Financial independence

I also want to track my progress towards financial independence. For this I needed to set a target. I did this using the 4% rule that I tested in the article back-testing the 4% rule. I started with a required income of R40 000 per month and worked back. That is an income of R480 000 per year, which translates to an investment target of R12 million.

The problem with a target set today, is that inflation erodes your spending power. The target increases the longer you take to save it. Our target is the green line on the graph, which I have adjusted with inflation of about 5%. Based on our present savings rate of 27.4% and a 10% yearly increase in contributions, I extrapolated our net worth. The extrapolated savings is the blue line on the graph. The orange line shows our progress since September 2018, at which stage we had about R1.3 million saved.

I assumed an annual return of 12% on our investments, which could differ from year to year. As a result, our progress will be influenced by the savings rate and investment return. I think the estimate is realistic and hope to retire even earlier. Presently the math says we will retire in 2033 at which stage I will be 45. I want to bring it down even further to 40 but will definitely need the Johannesburg Stock Exchange (JSE) to start doing its part in achieving that.

The first thing that we need to do to drastically improve our savings rate is to pay off our house. We are 18 months into our mortgage and have paid down 43%. We are aiming to be mortgage free by 2021. For now, I just watched the last Silicon Valley episode, my whiskey is finished, it’s after midnight and I’m tired. Thank you for caring about my journey to financial independence. How does your savings rate compare to mine?

Be safe out there,

Hendrik

Quote of the week

“Retirement is not in my vocabulary. They aren’t going to get rid of me that way.” – Betty White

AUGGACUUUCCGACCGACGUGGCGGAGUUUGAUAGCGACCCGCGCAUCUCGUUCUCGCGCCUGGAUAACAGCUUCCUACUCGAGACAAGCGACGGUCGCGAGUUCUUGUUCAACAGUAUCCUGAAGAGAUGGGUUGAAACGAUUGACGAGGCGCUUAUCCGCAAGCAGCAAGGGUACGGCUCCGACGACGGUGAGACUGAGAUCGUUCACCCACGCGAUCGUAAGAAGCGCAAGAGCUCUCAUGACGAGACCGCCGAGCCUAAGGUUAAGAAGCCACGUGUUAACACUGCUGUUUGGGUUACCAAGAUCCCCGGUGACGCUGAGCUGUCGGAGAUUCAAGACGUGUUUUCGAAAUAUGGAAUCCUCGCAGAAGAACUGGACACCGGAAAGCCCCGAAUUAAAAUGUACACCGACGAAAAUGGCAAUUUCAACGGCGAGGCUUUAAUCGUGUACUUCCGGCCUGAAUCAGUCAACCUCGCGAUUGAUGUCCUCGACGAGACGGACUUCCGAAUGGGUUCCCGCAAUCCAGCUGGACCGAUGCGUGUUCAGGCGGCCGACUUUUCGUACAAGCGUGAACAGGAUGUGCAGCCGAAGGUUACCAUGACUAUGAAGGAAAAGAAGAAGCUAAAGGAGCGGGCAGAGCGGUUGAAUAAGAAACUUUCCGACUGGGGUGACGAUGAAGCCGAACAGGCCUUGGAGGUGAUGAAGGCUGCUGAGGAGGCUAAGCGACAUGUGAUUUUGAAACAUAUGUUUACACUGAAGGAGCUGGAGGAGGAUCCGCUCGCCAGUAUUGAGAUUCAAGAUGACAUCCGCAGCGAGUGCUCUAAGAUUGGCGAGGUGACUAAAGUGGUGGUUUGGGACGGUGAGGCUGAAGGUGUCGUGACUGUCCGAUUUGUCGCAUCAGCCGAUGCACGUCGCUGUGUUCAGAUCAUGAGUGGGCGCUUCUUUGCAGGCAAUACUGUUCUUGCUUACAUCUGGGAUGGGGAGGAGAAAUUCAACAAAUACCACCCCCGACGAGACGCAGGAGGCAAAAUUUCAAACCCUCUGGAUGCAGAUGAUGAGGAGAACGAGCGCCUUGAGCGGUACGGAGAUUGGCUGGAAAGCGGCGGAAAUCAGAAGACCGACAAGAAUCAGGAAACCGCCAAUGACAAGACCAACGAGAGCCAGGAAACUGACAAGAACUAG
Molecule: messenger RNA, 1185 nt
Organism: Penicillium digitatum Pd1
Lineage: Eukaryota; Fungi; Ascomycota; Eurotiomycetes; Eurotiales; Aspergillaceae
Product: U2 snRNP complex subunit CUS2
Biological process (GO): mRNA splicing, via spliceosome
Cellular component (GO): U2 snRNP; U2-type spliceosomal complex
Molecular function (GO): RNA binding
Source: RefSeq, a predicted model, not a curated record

End note

Thank you for reading to the end. Apparently, the average person spends 8 seconds on a page, so you are special. If you have any suggestions, feel free to drop me a mail on the contact page. If I missed anything or you have questions, don’t hesitate to comment below. I might even notice it and respond. Lastly, if you want to be bombarded with mails known as the newsletter I send out once a month (if I remember), please subscribe on the right. All information is based on my opinion and you can read more about this in the legal disclaimer.

Comments

    1. Post
      Author
      Hendrik Brand

      Thank you Lian, I’m glad you enjoyed it. Budgeting is not as tedious if you actually see your spending habits change for the better.

  1. Lian

    If you don’t mind me asking, what do these entail: “Then I subtract all the costs of generating the additional income” in the paragraph post Savings chart?

    1. Post
      Author
      Hendrik Brand

      Hey Lian, in my case I travel a lot for work and claim petrol, food and inconvenience. I can’t include everything as pure income, because most of these are simply reimbursements. So what I do is total the claim and subtract maintenance, petrol and food costs. This gives me the portion of the claim that is actually income. Another example would be rental properties for additional income. Only the difference between the rental income and the cost of owning the property, is income.